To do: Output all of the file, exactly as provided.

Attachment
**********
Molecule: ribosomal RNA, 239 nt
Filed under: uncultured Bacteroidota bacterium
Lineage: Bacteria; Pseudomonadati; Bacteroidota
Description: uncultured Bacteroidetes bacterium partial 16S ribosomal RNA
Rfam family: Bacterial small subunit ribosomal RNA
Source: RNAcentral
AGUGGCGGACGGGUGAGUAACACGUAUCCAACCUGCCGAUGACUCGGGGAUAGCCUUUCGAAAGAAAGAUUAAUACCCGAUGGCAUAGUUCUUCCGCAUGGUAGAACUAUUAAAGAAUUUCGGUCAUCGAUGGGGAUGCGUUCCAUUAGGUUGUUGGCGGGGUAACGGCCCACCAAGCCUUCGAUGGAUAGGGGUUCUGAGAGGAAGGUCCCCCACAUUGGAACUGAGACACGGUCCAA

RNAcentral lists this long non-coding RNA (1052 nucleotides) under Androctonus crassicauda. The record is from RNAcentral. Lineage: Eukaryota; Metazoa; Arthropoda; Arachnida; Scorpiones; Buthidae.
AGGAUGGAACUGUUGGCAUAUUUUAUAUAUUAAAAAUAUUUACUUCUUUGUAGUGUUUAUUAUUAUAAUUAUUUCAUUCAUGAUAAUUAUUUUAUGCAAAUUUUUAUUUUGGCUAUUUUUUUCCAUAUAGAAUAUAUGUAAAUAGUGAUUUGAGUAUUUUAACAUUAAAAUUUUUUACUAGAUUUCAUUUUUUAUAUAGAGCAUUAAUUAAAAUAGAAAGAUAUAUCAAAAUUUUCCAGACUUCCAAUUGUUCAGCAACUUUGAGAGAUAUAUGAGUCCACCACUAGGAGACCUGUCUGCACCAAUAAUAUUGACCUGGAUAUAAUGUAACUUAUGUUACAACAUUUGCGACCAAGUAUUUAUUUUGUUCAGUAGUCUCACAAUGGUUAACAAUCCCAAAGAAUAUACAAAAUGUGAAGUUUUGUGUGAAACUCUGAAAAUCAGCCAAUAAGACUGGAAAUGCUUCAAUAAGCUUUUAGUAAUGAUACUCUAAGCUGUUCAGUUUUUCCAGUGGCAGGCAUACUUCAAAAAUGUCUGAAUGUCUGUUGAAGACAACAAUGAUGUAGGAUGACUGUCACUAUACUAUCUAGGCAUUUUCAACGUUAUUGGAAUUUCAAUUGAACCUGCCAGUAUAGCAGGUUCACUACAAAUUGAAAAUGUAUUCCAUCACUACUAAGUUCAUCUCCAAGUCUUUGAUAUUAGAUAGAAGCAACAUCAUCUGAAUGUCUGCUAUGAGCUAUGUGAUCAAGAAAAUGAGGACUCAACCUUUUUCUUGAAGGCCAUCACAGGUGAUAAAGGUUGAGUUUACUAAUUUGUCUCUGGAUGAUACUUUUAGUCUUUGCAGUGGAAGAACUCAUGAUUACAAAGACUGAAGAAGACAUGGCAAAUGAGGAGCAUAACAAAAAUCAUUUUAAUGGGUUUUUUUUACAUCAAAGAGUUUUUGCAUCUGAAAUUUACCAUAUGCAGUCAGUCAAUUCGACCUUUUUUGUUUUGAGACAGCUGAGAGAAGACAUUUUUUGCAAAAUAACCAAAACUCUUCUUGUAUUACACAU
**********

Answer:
Molecule: ribosomal RNA, 239 nt
Filed under: uncultured Bacteroidota bacterium
Lineage: Bacteria; Pseudomonadati; Bacteroidota
Description: uncultured Bacteroidetes bacterium partial 16S ribosomal RNA
Rfam family: Bacterial small subunit ribosomal RNA
Source: RNAcentral
AGUGGCGGACGGGUGAGUAACACGUAUCCAACCUGCCGAUGACUCGGGGAUAGCCUUUCGAAAGAAAGAUUAAUACCCGAUGGCAUAGUUCUUCCGCAUGGUAGAACUAUUAAAGAAUUUCGGUCAUCGAUGGGGAUGCGUUCCAUUAGGUUGUUGGCGGGGUAACGGCCCACCAAGCCUUCGAUGGAUAGGGGUUCUGAGAGGAAGGUCCCCCACAUUGGAACUGAGACACGGUCCAA

RNAcentral lists this long non-coding RNA (1052 nucleotides) under Androctonus crassicauda. The record is from RNAcentral. Lineage: Eukaryota; Metazoa; Arthropoda; Arachnida; Scorpiones; Buthidae.
AGGAUGGAACUGUUGGCAUAUUUUAUAUAUUAAAAAUAUUUACUUCUUUGUAGUGUUUAUUAUUAUAAUUAUUUCAUUCAUGAUAAUUAUUUUAUGCAAAUUUUUAUUUUGGCUAUUUUUUUCCAUAUAGAAUAUAUGUAAAUAGUGAUUUGAGUAUUUUAACAUUAAAAUUUUUUACUAGAUUUCAUUUUUUAUAUAGAGCAUUAAUUAAAAUAGAAAGAUAUAUCAAAAUUUUCCAGACUUCCAAUUGUUCAGCAACUUUGAGAGAUAUAUGAGUCCACCACUAGGAGACCUGUCUGCACCAAUAAUAUUGACCUGGAUAUAAUGUAACUUAUGUUACAACAUUUGCGACCAAGUAUUUAUUUUGUUCAGUAGUCUCACAAUGGUUAACAAUCCCAAAGAAUAUACAAAAUGUGAAGUUUUGUGUGAAACUCUGAAAAUCAGCCAAUAAGACUGGAAAUGCUUCAAUAAGCUUUUAGUAAUGAUACUCUAAGCUGUUCAGUUUUUCCAGUGGCAGGCAUACUUCAAAAAUGUCUGAAUGUCUGUUGAAGACAACAAUGAUGUAGGAUGACUGUCACUAUACUAUCUAGGCAUUUUCAACGUUAUUGGAAUUUCAAUUGAACCUGCCAGUAUAGCAGGUUCACUACAAAUUGAAAAUGUAUUCCAUCACUACUAAGUUCAUCUCCAAGUCUUUGAUAUUAGAUAGAAGCAACAUCAUCUGAAUGUCUGCUAUGAGCUAUGUGAUCAAGAAAAUGAGGACUCAACCUUUUUCUUGAAGGCCAUCACAGGUGAUAAAGGUUGAGUUUACUAAUUUGUCUCUGGAUGAUACUUUUAGUCUUUGCAGUGGAAGAACUCAUGAUUACAAAGACUGAAGAAGACAUGGCAAAUGAGGAGCAUAACAAAAAUCAUUUUAAUGGGUUUUUUUUACAUCAAAGAGUUUUUGCAUCUGAAAUUUACCAUAUGCAGUCAGUCAAUUCGACCUUUUUUGUUUUGAGACAGCUGAGAGAAGACAUUUUUUGCAAAAUAACCAAAACUCUUCUUGUAUUACACAU